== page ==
Britain’s biggest bookseller promotes Mein Kampf for Christmas (& other stories)

December 30, 2011

* Norwegian journal publishes an article by a Swedish professor suggesting Israel was behind the massacre of Norwegian teenagers last summer

* Professor at a leading British University accused of deliberately giving low marks to a student because she was Israeli

Mein Kamp is “the perfect present for Christmas”
according to at least one branch of Waterstone’s



1. Britain’s biggest bookseller promotes Mein Kampf for Christmas.
2. Swedish professor says Israel behind last summer’s Norway massacre
3. UNESCO finally stops funding Palestinian children’s magazine that thanked Hitler
4. Professor at British University accused of deliberately giving low marks to a student because she was Israeli
5. Luckily, Havel wasn’t a Guardian reader

[All notes below by Tom Gross]

I hesitate to bring depressing news during the Christmas-New Year period, but I thought these stories from Europe are so important that they shouldn’t be overlooked.



Several branches of Britain’s biggest bookseller, Waterstone’s, promoted Hitler’s book Mein Kampf as the “perfect” Christmas present.

Mein Kampf, of course, paved the way for the genocide of European Jews. Waterstone’s has now issued a half-hearted apology.

Staff at a Waterstone’s branch in the northern English town of Huddersfield, for example, used a festive point-of-sale sticker to promote the book as “the perfect present” with an accompanying personal recommendation message by a staff member trumpeting the book as “an essential read for anyone”.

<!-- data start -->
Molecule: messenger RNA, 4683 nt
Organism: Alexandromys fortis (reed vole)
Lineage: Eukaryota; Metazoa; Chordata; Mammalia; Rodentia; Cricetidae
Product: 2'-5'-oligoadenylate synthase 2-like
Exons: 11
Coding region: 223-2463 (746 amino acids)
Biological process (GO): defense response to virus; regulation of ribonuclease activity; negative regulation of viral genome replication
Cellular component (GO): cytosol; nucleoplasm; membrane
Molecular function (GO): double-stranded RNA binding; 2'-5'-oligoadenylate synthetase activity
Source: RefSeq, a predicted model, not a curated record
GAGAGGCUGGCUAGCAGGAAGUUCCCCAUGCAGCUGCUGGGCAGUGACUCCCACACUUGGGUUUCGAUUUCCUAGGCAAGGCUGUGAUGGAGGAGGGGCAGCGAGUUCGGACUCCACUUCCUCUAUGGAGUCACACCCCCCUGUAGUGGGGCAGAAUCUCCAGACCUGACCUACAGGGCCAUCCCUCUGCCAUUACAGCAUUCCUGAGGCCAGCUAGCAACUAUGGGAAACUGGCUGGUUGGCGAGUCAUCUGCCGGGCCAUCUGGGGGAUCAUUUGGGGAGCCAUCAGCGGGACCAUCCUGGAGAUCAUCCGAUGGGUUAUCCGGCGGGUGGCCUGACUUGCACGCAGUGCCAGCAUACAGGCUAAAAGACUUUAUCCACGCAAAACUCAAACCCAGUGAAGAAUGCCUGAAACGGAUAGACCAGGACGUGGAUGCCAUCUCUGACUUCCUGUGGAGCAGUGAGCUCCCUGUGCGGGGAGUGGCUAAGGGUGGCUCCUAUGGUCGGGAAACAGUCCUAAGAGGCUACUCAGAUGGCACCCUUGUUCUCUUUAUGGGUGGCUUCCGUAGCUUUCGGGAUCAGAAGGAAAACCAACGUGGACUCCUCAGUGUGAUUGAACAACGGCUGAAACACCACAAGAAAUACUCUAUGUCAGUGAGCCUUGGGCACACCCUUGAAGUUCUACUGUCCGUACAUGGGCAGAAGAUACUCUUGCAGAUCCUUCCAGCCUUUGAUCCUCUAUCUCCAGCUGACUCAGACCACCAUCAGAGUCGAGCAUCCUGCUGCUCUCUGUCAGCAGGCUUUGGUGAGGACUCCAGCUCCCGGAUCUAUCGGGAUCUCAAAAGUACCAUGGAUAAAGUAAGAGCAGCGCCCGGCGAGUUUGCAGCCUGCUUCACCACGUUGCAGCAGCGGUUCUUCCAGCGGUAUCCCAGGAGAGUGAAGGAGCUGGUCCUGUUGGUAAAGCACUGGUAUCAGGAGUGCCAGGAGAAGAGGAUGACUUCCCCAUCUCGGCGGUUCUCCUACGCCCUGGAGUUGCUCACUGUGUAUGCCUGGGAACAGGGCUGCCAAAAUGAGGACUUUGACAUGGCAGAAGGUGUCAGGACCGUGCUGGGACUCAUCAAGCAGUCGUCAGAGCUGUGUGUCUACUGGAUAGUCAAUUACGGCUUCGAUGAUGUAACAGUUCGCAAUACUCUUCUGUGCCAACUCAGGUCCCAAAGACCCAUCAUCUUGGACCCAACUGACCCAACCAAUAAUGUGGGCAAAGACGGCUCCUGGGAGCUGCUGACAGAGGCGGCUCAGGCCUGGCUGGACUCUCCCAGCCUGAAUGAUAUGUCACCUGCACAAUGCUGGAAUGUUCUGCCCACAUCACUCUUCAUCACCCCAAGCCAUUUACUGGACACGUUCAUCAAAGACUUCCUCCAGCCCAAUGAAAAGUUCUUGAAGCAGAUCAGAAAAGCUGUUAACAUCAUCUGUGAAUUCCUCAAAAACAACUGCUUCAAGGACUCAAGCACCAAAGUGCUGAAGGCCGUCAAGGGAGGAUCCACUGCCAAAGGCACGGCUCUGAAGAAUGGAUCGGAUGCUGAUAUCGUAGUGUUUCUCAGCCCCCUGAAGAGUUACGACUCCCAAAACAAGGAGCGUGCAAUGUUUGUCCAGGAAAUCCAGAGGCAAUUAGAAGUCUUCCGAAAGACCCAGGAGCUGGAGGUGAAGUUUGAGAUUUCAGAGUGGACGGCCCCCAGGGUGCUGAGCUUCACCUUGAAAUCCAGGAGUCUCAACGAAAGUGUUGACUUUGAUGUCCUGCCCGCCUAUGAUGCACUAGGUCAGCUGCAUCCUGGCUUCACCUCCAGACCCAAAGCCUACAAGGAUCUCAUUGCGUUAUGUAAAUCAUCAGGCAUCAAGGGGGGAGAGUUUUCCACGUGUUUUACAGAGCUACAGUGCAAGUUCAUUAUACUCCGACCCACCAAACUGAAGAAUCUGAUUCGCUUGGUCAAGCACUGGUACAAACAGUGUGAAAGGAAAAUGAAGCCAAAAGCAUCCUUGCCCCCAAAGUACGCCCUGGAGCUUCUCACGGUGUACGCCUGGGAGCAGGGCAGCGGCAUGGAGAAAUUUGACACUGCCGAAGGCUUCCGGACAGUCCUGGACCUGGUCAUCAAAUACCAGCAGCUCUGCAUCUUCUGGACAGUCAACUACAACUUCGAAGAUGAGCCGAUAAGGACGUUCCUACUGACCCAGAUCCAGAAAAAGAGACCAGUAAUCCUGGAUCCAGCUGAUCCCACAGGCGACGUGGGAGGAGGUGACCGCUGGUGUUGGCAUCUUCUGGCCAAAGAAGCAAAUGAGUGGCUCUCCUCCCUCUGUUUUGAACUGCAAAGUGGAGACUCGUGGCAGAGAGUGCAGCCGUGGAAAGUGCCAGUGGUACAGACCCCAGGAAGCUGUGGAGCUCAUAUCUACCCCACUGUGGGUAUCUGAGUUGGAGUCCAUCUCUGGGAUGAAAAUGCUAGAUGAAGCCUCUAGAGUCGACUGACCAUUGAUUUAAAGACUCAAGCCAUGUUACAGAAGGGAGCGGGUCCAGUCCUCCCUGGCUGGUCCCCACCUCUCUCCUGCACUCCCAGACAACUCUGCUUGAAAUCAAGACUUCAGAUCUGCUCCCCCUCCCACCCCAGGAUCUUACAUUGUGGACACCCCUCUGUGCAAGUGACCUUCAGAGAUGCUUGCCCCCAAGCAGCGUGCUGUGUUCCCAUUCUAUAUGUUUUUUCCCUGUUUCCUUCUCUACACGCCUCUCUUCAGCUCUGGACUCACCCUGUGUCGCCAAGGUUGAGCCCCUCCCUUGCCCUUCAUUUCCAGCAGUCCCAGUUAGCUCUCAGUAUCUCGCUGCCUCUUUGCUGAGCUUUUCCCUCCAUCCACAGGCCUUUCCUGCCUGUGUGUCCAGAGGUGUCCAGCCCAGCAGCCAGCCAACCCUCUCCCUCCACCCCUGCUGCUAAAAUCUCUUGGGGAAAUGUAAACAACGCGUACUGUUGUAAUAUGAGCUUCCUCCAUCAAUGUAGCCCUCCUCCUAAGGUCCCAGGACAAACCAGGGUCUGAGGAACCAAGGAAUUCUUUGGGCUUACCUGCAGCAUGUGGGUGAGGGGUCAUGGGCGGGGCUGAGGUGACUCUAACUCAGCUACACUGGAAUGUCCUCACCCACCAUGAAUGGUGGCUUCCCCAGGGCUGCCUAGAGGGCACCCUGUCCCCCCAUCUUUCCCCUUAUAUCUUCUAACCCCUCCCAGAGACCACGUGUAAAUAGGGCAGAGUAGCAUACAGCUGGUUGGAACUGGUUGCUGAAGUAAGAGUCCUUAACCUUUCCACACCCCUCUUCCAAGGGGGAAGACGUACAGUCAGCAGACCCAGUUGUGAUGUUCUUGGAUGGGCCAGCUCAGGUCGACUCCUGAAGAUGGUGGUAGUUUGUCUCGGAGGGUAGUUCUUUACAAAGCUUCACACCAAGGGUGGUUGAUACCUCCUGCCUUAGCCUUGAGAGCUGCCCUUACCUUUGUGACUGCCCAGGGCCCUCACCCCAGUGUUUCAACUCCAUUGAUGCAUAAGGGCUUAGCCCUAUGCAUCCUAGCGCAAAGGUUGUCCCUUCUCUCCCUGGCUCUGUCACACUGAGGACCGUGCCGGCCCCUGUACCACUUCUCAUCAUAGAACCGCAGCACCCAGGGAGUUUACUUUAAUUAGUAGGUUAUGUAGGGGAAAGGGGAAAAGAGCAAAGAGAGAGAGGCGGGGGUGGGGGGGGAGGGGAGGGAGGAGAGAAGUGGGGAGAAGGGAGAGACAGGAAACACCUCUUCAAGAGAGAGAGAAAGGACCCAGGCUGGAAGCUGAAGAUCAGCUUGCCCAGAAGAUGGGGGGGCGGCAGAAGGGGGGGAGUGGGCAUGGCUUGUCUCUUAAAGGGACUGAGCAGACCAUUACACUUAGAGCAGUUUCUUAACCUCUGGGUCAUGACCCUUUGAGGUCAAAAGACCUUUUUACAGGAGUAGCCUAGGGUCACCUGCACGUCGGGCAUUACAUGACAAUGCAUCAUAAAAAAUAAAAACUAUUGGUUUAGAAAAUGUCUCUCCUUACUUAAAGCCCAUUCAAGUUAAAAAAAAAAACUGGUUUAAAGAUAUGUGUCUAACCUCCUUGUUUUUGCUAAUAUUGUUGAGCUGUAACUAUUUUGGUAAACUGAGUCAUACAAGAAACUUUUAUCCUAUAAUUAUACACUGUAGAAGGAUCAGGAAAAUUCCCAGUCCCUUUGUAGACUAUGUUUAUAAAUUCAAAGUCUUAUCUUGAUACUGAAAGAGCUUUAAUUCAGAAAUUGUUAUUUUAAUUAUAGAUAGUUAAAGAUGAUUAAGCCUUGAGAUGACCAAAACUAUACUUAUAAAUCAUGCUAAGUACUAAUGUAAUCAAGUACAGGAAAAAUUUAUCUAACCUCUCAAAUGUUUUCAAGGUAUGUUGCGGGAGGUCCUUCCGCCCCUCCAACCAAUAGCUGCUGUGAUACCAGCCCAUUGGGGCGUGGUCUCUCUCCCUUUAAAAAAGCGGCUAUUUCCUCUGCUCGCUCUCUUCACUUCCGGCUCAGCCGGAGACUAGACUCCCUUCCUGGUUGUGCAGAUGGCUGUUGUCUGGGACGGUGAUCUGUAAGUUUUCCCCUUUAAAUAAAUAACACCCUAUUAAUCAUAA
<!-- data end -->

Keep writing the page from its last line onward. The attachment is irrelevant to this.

According to the (London) Jewish Chronicle, Waterstone’s stores in Manchester, Liverpool and elsewhere also displayed front covers of multiple copies of Mein Kampf, a sales technique designed to attract shoppers.

There has been remarkably little coverage of this story in Britain’s national press, though The Daily Telegraph and The Guardian did run short news items, and so did Fox News in America. (I have seen no editorials or comments pieces or letters to the editor.)

Several Jewish leaders regarded Waterstone’s apology as less than satisfactory.

A Waterstone’s spokesperson said: “We do not believe we actively promote this book; our customers are capable of forming their own opinions on whether to purchase it or not… However staff should not have used inappropriate seasonal stickers on the book. We will also communicate with all our branches at the earliest possible opportunity to remind them of the sensitivities surrounding our stocking of Mein Kampf.”

Update: Alan Dershowitz (who is a subscriber to this list) reminds me that Waterstone’s is the same store that also refused to stock his book “The Case for Israel” when it was published, claiming that “There is no case for Israel”.

“The perfect present” according to a staff member called Tom at Waterstone’s in Huddersfield